Mother’s touch lingers in baby’s genes

Mother’s touch lingers in baby’s genes

Illuminate newsletter header, Autumn 2021
March 2021

Researchers (L-R): Professor Marnie Blewitt, Dr Iromi
Wanigasuriya and Dr Quentin Gouil.

WEHI researchers have made a discovery about embryonic development that could provide new clues to understanding and treating developmental and degenerative disorders.

The research team was led by Dr Iromi Wanigasuriya, Dr Quentin Gouil and Professor Marnie Blewitt, together with colleagues from the University of Newcastle and Monash Biomedicine Discovery Institute.

“Proteins found within the egg (that we get from our mum) ensure correct gene expression during early embryo development and have both long and short-term impacts on the health of the embryo,” Dr Wanigasuriya said.

“We discovered that a protein called SMCHD1 is one such factor whose maternal supply is crucial for mouse embryonic gene expression.”

Imprinted genes

Some genes behave differently in offspring, depending on whether they are inherited from the mother or the father. This phenomenon, called ‘genomic imprinting’, is essential for healthy development. Compromised genomic imprinting leads to developmental diseases.

“When a sperm fertilises an egg, both cells’ DNA carries ‘epigenetic marks’ from the parent to the child. These marks impact how the genes can be used and, in some cases, have been linked to long-term health impacts,” Dr Wanigasuriya said.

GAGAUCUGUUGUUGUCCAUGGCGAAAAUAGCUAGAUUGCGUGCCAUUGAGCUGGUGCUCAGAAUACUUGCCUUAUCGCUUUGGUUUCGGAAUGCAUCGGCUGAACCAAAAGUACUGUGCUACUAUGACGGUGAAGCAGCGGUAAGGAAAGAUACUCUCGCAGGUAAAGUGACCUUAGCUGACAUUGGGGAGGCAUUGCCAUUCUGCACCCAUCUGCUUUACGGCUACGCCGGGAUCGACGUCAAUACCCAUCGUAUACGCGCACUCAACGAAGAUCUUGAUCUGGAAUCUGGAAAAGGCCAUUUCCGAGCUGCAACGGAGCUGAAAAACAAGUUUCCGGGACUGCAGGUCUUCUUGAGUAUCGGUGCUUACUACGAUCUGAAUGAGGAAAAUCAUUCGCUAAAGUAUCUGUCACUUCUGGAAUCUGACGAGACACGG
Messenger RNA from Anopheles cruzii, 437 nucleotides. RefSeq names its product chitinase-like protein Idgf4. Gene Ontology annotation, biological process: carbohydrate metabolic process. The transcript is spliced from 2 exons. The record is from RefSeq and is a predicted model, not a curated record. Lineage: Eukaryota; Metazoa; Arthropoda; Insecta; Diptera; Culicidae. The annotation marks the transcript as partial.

The team used advanced microscopy to show that maternal SMCHD1 proteins persisted within embryos for at least five cell divisions.

“Using powerful new genomic analysis techniques, we were able to identify ten genes that were switched off by maternal SMCHD1 in the early embryo. This is the first time SMCHD1 from the egg has been identified as having a role in imprinting,” Dr Gouil said.

“The mother’s SMCHD1 altered the imprinted gene expression – potentially leaving a lasting legacy in the offspring.”

SMCHD1 and disease

Professor Blewitt has been studying the SMCHD1 protein and its role in development and disease since she first discovered it in 2008. She said her team’s new discovery helped to explain recently discovered roles of SMCHD1 in developmental disorders such as Prader-Willi Syndrome (PWS) and Bosma arhinia microphthalmia syndrome (BAMS), as well as facioscapulohumeral muscular dystrophy (FSHD), a form of muscular dystrophy.

“Studying SMCHD1 in early embryos has uncovered new gene targets that this protein silences and could explain how changes in SMCHD1 activity contribute to disease,” Professor Blewitt said.

“We are currently leading a proprietary drug discovery effort at WEHI to leverage our knowledge around SMCHD1 and design novel therapies to treat developmental and degenerative disorders. This research broadens our understanding of how these novel drug candidates might impact gene expression.”

Super Content: 
Animated cells

Coursera course: This course covers the principles of epigenetic control of gene expression, how epigenetic control contributes to cellular differentiation and development, and how it goes wrong in disease.

Animation still showing X inactivation

WEHI.TV animation: X inactivation is a vital process that occurs in all DNA-containing cells of the female body. It is also an important research model and tool for studying epigenetics.